1. Core Principles

Core Principles 

This document details the core principles overarching sbt’s design and code style. sbt’s core principles can be stated quite simply:

  1. Everything should have a Type, enforced as much as is practical.
  2. Dependencies should be explicit.
  3. Once learned, a concept should hold throughout all parts of sbt.
  4. Parallel is the default.

With these principles in mind, let’s walk through the core design of sbt.

Introduction to build state 

This is the first piece you hit when starting sbt. sbt’s command engine is the means by which it processes user requests using the build state. The command engine is essentially a means of applying state transformations on the build state, to execute user requests.

In sbt, commands are functions that take the current build state (sbt.State) and produce the next state. In other words, they are essentially functions of sbt.State => sbt.State. However, in reality, Commands are actually string processors which take some string input and act on it, returning the next build state.

So, the entirety of sbt is driven off the sbt.State class. Since this class needs to be resilient in the face of custom code and plugins, it needs a mechanism to store the state from any potential client. In dynamic languages, this can be done directly on objects.

A naive approach in Scala is to use a Map<String,Any>. However, this violates tenant #1: Everything should have a Type. So, sbt defines a new type of map called an AttributeMap. An AttributeMap is a key-value storage mechanism where keys are both strings and expected Types for their value.

Here is what the type-safe AttributeKey key looks like :

sealed trait AttributeKey[T] {
  /** The label is the identifier for the key and is camelCase by convention. */
  def label: String
  /** The runtime evidence for ``T`` */
  def manifest: Manifest[T]

These keys store both a label (string) and some runtime type information (manifest). To put or get something on the AttributeMap, we first need to construct one of these keys. Let’s look at the basic definition of the AttributeMap:

trait AttributeMap {
  /** Gets the value of type ``T`` associated with the key ``k`` or ``None`` if no value is associated. 
  * If a key with the same label but a different type is defined, this method will return ``None``. */
  def get[T](k: AttributeKey[T]): Option[T]

  /** Adds the mapping ``k -> value`` to this map, replacing any existing mapping for ``k``.
  * Any mappings for keys with the same label but different types are unaffected. */
  def put[T](k: AttributeKey[T], value: T): AttributeMap

Now that there’s a definition of what build state is, there needs to be a way to dynamically construct it. In sbt, this is done through the Setting[_] sequence.

Settings Architecture 

A Setting represents the means of constructing the value of one particular AttributeKey[_] in the AttributeMap of build state. A setting consists of two pieces:

  1. The AttributeKey[T] where the value of the setting should be assigned.
  2. An Initialize[T] object which is able to construct the value for this setting.

sbt’s initialization time is basically just taking a sequence of these Setting[_] objects and running their initialization objects and then storing the value into the AttributeMap. This means overwriting an existing value at a key is as easy as appending a Setting[_] to the end of the sequence which does so.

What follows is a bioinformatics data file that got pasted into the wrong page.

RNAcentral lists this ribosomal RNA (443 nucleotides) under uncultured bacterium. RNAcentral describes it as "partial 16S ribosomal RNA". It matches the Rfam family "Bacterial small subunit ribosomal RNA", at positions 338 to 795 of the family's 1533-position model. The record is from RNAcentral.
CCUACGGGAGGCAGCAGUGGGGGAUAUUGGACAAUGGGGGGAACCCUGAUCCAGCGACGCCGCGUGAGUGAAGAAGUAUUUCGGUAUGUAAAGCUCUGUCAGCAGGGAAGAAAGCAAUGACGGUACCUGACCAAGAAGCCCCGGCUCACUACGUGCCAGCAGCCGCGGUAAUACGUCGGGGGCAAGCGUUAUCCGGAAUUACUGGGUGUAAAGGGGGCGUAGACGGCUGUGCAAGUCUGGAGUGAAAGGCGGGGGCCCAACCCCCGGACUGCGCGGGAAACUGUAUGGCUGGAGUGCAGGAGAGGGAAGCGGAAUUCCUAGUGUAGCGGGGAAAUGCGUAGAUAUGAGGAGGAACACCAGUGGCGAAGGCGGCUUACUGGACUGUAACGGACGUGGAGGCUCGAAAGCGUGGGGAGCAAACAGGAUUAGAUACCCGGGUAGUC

Where it gets interesting is that Initialize[T] can depend on other AttributeKey[_]s in the build state. Each Initialize[_] can pull values from any AttributeKey[_] in the build state’s AttributeMap to compute its value. sbt ensures a few things when it comes to Initialize[_] dependencies:

  1. There can be no circular dependencies
  2. If one Initialize[_] depends on another Initialize[_] key, then

    all associated Initialize[_] blocks for that key must have run before we load the value.

Let’s look at what gets stored for the setting :

normalizedName := normalize(name.value)


Here, a Setting[_] is constructed that understands it depends on the value in the name AttributeKey. Its initialize block first grabs the value of the name key, then runs the function normalize on it to compute its value.

This represents the core mechanism of how to construct sbt’s build state. Conceptually, at some point we have a graph of dependencies and initialization functions which we can use to construct the first build state. Once this is completed, we can then start to process user requests.

Task Architecture 

The next layer in sbt is around these user requests, or tasks. When a user configures a build, they are defining a set of repeatable tasks that they can run on their project. Things like compile or test. These tasks also have a dependency graph, where e.g. the test task requires that compile has run before it can successfully execute.

sbt defines a class Task[T]. The T type parameter represents the type of data returned by a task. Remember the tenets of sbt? “All things have types” and “Dependencies are explicit” both hold true for tasks. sbt promotes a style of task dependencies that is closer to functional programming: return data for your users rather than using shared mutable state.

Most build tools communicate over the filesystem, and indeed by necessity sbt does some of this. However, for stable parallelization it is far better to keep tasks isolated on the filesystem and communicate directly through types.

Similarly to how a Setting[_] stores both dependencies and an initialization function, a Task[_] stores both its Task[_]dependencies and its behavior (a function).

TODO - More on Task[_]

TODO - Transition into InputTask[_], rehash Command

TODO - Transition into Scope.